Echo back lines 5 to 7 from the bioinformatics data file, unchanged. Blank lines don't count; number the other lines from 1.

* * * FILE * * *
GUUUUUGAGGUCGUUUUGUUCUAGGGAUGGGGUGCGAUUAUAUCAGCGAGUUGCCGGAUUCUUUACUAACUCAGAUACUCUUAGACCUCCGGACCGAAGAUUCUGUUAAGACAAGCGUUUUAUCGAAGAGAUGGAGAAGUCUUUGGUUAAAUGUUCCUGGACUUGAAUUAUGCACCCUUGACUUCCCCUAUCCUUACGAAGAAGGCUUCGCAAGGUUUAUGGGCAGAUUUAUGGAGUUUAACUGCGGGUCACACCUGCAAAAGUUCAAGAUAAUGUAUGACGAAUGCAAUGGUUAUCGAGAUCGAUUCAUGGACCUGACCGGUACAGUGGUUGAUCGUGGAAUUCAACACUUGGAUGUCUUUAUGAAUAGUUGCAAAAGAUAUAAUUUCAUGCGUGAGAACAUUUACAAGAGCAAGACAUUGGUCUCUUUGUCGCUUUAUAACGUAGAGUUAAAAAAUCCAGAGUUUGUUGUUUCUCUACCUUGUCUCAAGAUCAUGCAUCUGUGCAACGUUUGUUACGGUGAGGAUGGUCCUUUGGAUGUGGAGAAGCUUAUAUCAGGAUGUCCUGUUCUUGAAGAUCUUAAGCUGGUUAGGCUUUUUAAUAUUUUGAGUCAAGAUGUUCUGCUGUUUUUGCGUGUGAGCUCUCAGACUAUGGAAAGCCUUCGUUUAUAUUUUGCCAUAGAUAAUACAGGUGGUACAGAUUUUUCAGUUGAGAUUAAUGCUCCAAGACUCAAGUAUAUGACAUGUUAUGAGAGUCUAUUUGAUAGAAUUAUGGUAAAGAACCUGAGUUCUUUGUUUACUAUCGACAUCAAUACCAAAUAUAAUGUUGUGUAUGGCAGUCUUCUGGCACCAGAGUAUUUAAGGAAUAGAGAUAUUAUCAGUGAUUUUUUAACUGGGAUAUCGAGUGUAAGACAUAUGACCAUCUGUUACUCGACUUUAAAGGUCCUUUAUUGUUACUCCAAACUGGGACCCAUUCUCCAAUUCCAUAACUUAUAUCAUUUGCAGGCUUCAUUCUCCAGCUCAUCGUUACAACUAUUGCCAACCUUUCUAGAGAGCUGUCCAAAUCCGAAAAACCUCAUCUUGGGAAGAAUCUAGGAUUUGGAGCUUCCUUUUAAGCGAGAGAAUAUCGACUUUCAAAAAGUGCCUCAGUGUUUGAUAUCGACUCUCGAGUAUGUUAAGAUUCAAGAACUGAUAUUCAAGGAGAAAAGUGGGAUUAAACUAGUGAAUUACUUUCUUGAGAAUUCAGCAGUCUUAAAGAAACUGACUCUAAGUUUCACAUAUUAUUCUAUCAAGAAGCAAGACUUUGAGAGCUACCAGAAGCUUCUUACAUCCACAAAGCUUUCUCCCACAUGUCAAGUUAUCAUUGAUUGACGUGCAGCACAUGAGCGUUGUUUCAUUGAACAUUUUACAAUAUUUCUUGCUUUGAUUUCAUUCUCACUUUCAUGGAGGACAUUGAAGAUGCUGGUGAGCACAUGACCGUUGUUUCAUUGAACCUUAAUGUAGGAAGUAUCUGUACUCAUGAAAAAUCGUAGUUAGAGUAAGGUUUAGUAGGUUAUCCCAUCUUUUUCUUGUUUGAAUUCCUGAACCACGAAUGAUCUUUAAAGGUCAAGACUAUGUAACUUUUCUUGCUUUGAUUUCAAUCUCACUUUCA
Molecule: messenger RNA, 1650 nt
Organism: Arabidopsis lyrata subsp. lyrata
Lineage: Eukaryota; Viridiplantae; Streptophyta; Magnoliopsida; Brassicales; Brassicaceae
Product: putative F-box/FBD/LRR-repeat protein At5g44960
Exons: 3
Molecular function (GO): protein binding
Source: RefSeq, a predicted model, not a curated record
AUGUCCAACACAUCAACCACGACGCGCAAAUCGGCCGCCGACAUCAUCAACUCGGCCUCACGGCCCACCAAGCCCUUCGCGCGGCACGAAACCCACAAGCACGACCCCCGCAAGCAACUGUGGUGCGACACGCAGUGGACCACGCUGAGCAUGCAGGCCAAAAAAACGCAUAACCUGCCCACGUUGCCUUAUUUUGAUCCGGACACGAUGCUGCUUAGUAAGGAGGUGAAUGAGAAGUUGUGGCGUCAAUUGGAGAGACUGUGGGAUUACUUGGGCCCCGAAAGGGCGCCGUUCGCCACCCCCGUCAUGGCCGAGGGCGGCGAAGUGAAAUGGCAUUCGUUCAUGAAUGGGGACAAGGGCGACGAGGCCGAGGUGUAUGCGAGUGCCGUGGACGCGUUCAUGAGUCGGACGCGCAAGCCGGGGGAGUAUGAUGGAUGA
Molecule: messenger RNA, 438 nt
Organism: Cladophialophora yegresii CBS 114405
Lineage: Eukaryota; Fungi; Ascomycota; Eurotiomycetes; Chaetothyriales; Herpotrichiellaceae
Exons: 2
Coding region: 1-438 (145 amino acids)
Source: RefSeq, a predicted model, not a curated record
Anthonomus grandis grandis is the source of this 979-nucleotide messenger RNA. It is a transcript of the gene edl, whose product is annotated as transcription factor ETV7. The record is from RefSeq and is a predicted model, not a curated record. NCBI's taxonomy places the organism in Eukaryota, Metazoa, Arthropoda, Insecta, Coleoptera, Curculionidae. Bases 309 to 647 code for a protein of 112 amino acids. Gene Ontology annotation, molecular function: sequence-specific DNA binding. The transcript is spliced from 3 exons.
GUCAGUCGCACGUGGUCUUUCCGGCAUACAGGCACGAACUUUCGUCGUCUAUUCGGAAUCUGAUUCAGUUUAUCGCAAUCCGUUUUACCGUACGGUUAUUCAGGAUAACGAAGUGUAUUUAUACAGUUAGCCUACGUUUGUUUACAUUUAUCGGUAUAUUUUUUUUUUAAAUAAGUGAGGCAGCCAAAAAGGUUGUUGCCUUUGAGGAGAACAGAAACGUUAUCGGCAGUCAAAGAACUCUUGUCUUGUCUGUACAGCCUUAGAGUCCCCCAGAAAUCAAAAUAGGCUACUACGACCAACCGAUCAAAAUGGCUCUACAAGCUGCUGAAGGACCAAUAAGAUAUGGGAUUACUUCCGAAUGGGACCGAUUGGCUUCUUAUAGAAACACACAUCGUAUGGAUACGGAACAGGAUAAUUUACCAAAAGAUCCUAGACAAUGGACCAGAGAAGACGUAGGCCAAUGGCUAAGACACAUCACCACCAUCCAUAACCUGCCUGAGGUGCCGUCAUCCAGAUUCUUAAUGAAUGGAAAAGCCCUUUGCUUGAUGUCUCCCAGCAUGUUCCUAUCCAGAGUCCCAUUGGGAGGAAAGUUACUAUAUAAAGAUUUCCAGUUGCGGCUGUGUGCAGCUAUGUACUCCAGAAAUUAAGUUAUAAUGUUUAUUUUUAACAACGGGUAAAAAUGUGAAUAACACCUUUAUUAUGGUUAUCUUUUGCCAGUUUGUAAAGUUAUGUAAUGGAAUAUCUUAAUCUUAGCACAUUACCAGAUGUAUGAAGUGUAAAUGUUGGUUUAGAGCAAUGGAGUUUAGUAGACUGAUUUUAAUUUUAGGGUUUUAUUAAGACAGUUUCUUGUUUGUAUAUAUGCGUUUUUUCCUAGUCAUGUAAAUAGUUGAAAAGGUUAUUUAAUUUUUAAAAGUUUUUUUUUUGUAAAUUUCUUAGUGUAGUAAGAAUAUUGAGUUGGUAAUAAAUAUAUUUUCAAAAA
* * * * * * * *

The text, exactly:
Product: putative F-box/FBD/LRR-repeat protein At5g44960
Exons: 3
Molecular function (GO): protein binding